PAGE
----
top of page

The Benefits of Art Education

Art has the power to uplift, entertain, provoke, educate, and bring a community together! It is also a healthy medium to explore thoughts, emotions, and ideas. For your child, creating art can be the way they contribute their unique voice to the social landscape. What they dream, design, construct, perform, and share conveys what is important to them, what sparks their curiosity, and how they experience the world.

Art Education in the Montessori curriculum isn’t just about creative expression, however. It also employs fundamental Montessori concepts of hands-on learning, freedom of exploration, and interconnected lessons. Skills and ideas presented in art classes seamlessly integrate into other subjects like science, math, language, and cultural studies. Drawing plants and animals enhances lessons about the natural world. Cutting out letters and numbers reinforces reading and counting lessons. Singing a song about another country brings more meaning to seeing it on a world map.

Art plays a crucial role in your child’s overall development, no matter what mediums they choose to explore. Whether they design textiles, build furniture, paint murals, develop recipes, write poetry, take photographs, knit socks, make jewelry, perform a monologue, or draw cartoons, here are some ways they benefit from exploring their creative side!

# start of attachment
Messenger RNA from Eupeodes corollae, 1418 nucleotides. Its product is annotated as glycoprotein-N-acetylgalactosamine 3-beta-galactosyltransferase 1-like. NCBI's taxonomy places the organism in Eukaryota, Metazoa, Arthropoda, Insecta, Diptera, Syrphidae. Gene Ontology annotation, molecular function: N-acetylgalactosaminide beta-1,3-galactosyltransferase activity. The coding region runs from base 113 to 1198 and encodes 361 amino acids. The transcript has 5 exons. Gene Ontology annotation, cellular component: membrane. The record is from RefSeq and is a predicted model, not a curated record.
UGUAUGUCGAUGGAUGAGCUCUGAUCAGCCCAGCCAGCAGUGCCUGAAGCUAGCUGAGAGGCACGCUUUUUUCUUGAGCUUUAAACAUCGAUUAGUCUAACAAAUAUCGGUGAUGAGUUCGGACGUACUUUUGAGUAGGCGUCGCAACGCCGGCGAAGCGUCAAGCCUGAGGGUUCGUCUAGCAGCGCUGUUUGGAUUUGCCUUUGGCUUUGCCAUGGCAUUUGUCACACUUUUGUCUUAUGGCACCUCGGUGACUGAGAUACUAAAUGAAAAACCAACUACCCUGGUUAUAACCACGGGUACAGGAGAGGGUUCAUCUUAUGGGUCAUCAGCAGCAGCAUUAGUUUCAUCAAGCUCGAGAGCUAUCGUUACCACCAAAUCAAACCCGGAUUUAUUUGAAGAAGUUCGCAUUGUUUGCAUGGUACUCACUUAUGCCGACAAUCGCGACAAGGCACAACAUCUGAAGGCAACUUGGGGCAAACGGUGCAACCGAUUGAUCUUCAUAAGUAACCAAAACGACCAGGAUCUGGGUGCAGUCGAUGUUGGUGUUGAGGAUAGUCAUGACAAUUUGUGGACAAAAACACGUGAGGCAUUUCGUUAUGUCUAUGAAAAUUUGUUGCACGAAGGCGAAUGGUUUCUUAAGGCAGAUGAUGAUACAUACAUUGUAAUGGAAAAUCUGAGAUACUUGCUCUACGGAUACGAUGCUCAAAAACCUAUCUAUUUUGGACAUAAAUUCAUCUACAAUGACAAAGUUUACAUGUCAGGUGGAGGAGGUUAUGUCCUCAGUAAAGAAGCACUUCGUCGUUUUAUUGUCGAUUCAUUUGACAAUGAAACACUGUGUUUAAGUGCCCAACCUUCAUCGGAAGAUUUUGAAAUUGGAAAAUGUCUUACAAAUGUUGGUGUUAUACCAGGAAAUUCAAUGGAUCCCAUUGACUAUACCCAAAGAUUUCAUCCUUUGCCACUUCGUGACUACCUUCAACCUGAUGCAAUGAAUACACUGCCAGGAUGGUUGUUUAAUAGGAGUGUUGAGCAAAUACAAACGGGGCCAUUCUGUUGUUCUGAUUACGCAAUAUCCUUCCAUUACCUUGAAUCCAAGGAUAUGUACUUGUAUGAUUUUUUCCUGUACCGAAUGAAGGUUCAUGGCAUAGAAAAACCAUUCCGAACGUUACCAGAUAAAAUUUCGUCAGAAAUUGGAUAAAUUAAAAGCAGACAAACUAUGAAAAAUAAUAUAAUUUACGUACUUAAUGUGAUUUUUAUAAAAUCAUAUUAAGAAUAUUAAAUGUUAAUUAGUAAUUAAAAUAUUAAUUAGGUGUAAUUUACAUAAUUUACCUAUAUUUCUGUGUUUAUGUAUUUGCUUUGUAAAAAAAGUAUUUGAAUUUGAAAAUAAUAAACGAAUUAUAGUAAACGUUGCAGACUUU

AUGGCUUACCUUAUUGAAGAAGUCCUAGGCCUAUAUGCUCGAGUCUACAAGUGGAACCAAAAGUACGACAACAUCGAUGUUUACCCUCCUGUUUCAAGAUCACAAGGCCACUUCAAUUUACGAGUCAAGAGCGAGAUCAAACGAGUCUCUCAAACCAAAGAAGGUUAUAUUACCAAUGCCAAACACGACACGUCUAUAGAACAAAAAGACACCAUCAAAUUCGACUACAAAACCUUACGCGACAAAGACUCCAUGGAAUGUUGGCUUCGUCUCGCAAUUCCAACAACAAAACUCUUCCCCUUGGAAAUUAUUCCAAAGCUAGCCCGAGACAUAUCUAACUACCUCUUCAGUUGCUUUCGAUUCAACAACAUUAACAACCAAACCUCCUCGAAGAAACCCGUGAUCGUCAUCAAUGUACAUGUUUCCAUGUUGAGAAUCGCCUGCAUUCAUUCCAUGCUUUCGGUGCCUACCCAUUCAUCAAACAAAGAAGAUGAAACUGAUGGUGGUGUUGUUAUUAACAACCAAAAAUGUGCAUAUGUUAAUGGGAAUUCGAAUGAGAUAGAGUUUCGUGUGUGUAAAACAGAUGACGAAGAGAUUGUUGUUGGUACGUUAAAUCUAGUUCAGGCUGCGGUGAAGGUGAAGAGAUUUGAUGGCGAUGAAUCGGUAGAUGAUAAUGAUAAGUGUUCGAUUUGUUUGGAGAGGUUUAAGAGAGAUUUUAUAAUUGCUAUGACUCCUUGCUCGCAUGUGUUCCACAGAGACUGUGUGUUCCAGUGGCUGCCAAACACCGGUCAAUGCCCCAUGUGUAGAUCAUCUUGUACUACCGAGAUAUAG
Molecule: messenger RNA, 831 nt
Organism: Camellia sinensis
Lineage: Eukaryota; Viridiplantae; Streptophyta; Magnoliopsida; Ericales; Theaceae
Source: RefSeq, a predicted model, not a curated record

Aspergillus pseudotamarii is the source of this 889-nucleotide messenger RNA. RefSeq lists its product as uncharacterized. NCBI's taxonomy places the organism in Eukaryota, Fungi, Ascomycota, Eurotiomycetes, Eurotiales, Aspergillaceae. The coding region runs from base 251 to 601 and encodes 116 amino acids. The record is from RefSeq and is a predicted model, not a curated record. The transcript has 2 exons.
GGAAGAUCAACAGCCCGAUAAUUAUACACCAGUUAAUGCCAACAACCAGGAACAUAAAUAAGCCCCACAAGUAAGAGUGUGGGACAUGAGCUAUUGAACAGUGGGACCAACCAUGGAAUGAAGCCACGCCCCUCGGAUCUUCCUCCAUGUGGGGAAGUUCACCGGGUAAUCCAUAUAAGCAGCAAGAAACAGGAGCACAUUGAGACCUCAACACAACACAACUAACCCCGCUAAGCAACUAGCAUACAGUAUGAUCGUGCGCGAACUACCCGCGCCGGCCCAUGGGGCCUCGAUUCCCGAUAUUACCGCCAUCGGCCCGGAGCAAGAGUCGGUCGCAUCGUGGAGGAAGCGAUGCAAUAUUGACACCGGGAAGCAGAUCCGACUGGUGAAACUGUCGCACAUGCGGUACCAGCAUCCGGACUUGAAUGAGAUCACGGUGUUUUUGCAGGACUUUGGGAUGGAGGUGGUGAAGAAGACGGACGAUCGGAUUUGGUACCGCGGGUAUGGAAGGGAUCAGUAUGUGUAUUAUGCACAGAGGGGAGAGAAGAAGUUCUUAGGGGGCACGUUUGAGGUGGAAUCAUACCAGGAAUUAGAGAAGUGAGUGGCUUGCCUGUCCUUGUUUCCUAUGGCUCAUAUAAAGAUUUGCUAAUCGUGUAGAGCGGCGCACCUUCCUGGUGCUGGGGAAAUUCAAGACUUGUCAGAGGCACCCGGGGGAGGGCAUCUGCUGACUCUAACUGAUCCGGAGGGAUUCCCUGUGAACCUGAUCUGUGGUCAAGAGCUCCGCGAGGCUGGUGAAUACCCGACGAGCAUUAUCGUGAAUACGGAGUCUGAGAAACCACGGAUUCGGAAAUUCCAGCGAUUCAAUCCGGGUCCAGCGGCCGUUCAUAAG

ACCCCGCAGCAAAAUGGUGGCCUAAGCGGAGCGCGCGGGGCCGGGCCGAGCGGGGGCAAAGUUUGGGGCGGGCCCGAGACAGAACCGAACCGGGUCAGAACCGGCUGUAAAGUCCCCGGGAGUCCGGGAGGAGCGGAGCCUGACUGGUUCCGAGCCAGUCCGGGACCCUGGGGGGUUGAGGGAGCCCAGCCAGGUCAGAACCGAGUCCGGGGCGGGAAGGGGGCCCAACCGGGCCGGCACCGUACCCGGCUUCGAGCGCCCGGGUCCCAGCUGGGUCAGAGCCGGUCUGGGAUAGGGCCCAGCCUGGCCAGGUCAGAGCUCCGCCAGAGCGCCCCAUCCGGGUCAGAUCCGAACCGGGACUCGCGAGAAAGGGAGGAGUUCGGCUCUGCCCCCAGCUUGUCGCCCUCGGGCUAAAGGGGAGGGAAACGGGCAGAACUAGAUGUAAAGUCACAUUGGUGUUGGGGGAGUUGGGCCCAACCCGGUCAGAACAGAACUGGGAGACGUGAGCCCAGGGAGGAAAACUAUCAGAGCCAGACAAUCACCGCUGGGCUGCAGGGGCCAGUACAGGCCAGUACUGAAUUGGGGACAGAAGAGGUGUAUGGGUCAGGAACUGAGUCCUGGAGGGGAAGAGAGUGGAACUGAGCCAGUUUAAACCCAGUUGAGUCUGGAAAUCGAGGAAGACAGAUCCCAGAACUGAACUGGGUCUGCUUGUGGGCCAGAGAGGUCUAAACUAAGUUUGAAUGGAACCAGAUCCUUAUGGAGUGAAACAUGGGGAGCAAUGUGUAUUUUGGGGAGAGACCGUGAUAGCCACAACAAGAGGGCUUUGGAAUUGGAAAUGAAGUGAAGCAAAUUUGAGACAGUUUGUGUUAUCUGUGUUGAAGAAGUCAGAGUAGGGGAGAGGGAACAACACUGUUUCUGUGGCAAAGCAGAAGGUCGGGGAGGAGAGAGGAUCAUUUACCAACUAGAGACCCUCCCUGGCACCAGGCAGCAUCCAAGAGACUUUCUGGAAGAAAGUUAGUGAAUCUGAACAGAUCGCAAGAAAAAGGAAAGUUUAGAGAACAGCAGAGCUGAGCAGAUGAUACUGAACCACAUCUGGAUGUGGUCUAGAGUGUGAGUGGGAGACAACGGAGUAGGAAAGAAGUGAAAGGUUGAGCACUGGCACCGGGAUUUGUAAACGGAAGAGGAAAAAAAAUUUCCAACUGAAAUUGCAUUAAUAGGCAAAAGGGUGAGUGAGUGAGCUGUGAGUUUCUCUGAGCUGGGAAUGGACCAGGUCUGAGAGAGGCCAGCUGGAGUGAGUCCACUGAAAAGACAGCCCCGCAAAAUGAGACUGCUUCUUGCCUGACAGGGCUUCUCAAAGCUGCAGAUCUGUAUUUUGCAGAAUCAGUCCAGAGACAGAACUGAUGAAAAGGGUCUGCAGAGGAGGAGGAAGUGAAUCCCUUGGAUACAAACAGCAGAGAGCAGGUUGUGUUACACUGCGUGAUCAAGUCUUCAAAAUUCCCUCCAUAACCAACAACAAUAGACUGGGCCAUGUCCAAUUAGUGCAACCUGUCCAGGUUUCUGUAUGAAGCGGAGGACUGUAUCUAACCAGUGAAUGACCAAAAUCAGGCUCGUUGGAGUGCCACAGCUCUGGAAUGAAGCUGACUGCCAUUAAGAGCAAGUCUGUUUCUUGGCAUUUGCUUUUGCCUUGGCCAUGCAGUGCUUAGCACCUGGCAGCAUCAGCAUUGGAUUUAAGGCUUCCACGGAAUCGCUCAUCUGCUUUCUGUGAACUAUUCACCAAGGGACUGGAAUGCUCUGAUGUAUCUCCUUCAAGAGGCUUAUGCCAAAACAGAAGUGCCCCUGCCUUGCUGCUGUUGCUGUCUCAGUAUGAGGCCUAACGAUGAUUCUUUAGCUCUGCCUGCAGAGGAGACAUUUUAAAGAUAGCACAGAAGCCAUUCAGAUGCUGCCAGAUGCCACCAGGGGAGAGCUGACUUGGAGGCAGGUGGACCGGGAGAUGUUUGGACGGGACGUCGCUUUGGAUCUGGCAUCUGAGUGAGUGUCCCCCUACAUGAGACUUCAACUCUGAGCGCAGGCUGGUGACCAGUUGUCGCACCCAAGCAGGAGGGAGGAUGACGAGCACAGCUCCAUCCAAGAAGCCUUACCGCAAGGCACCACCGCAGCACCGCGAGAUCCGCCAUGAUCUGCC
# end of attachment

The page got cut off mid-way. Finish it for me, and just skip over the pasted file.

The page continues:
Sensory Integration & Creative Expression

Art, in its observation or its creation, appeals to children because it stimulates multiple senses simultaneously! The simple act of viewing a work of art can evoke smells, tastes, and sounds, but perhaps more importantly, it can capture your child’s imagination and trigger their desire to pick up a paintbrush, an instrument, a hammer, a whisk, or a camera. The tactile experience of manipulating different materials amplifies their understanding of the world around them. From the time your child learns basic colors, shapes, and textures, they begin to develop a set of tools that informs their individual creative style. See it in the way they move, the clothes they wear, their handwriting, how they decorate their room, and the methods they choose to communicate and connect with others.

Physical Development

An essential part of learning any artform is knowing how to position your body or properly hold tools. Your budding artist’s creative endeavors are bound to introduce new actions and motions that improve motor skills and control, dexterity, hand-eye coordination, and muscle development. Exploring multiple mediums and performing unfamiliar actions can expand your little one’s understanding of their body and shift the ways they interact with their surroundings. Something as simple as closing one eye and obscuring the field of vision with a thumb can lead to a profound lesson in perspective and proportion! Being creative can also reduce stress, lower blood pressure, and elevate mood.

Concentration & Focus